Clinton Likes Ike as Model for Infrastructure Plan

By Stephanie Beasley

July 1 — Hillary Clinton's Democratic Party proposes to put millions of Americans to work with the “most ambitious investment in American infrastructure” since the interstate highway system was created.

In a draft platform released July 1, the Democrats called for a major federal jobs program that among other things would focus on expanding the nation's roads, bridges, public transit, airports, and passenger and freight rail lines. The priorities align with the campaign promises by presumptive presidential nominee Clinton to boost federal investment by $275 billion over the next five years.

The draft platform does not lay out a detailed plan for funding transportation programs, though it includes the idea of creating a national infrastructure bank—another proposal that Clinton has touted as part of her campaign's infrastructure program.

“The bank will provide loans and other financial assistance for investments in energy, water, broadband, transportation, and multi-modal infrastructure projects,” according to the draft platform.

Shaky Outlook for Bank Proposal

Underinvestment in infrastructure has been a chronic problem for the past few decades. The 18.4 cent-per-gallon federal gas tax, which helps subsidize the Highway Trust Fund, has not been raised in three decades. And a five-year, $305 billion highway and transit spending reauthorization bill enacted late last year (Pub. L. No. 114-94) was funded by a number of non-transportation-related pay-fors, like giving the Internal Revenue Service more authority to collect overdue taxes.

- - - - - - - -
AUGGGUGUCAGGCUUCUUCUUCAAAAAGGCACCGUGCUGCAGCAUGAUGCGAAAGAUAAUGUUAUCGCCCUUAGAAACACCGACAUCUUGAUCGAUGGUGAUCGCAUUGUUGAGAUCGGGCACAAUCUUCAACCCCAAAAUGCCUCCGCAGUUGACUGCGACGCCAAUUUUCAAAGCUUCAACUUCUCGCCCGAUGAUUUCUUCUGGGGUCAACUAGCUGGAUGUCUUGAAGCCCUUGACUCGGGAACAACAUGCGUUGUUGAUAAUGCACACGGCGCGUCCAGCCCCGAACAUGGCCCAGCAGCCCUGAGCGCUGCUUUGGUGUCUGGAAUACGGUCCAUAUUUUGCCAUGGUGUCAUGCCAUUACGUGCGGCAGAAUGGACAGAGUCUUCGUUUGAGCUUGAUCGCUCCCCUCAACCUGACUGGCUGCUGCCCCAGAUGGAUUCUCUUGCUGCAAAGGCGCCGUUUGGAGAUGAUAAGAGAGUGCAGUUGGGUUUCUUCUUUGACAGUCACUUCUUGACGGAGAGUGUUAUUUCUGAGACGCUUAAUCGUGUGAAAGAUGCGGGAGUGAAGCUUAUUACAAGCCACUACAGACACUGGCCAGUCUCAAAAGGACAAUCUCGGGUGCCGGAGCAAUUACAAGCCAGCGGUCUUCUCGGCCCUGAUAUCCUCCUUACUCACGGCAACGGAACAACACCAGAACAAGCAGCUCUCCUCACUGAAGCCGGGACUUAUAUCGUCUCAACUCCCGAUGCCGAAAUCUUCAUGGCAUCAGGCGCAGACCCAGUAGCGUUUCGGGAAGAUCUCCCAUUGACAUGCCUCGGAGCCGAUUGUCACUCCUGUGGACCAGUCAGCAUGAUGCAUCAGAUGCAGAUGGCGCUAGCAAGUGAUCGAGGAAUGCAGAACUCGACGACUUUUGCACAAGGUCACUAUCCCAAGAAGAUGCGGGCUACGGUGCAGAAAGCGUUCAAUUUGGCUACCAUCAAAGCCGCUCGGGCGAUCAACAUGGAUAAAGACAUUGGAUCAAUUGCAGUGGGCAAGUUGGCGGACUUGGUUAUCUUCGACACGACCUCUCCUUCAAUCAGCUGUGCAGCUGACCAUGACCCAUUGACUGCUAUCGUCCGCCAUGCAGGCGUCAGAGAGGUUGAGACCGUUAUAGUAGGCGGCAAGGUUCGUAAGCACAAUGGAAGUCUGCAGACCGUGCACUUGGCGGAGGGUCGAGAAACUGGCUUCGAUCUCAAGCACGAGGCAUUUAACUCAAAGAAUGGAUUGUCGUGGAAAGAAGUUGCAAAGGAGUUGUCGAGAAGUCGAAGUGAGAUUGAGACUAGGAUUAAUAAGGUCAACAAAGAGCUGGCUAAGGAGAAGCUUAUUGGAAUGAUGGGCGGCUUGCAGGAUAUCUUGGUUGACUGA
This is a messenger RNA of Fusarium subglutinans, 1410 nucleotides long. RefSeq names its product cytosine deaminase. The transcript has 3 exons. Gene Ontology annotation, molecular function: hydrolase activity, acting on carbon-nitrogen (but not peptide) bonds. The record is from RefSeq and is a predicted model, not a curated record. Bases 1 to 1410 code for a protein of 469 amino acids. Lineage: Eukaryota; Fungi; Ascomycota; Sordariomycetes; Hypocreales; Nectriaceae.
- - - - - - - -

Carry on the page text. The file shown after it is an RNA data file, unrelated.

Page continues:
The idea of creating an infrastructure bank to help finance infrastructure projects is not new idea.

Rep. John Delaney (D-Md.) introduced legislation (H.R. 625) last year that would use repatriated offshore corporate taxes to create a $50 billion infrastructure bank. Sens. Mark Warner (D-Va.) and Roy Blunt (R-Mo.) also introduced a bill (S. 1589) that would establish an infrastructure bank independent of the federal government. Neither bill won widespread support.

On the Other Side

Just hours before the Democrats released their draft transportation platform, New Jersey Gov. Chris Christie (R), who is being vetted as a possible running mate for presumptive Republican presidential nominee Donald Trump, halted state-funded transportation projects after senators failed to take up his plan to raise the state gas tax in exchange for lowering sales tax.

To contact the reporter on this story: Stephanie Beasley in Washington

To contact the editor responsible for this story: Heather Rothman at

For More Information

Further details about the draft Democratic platform are available online here:

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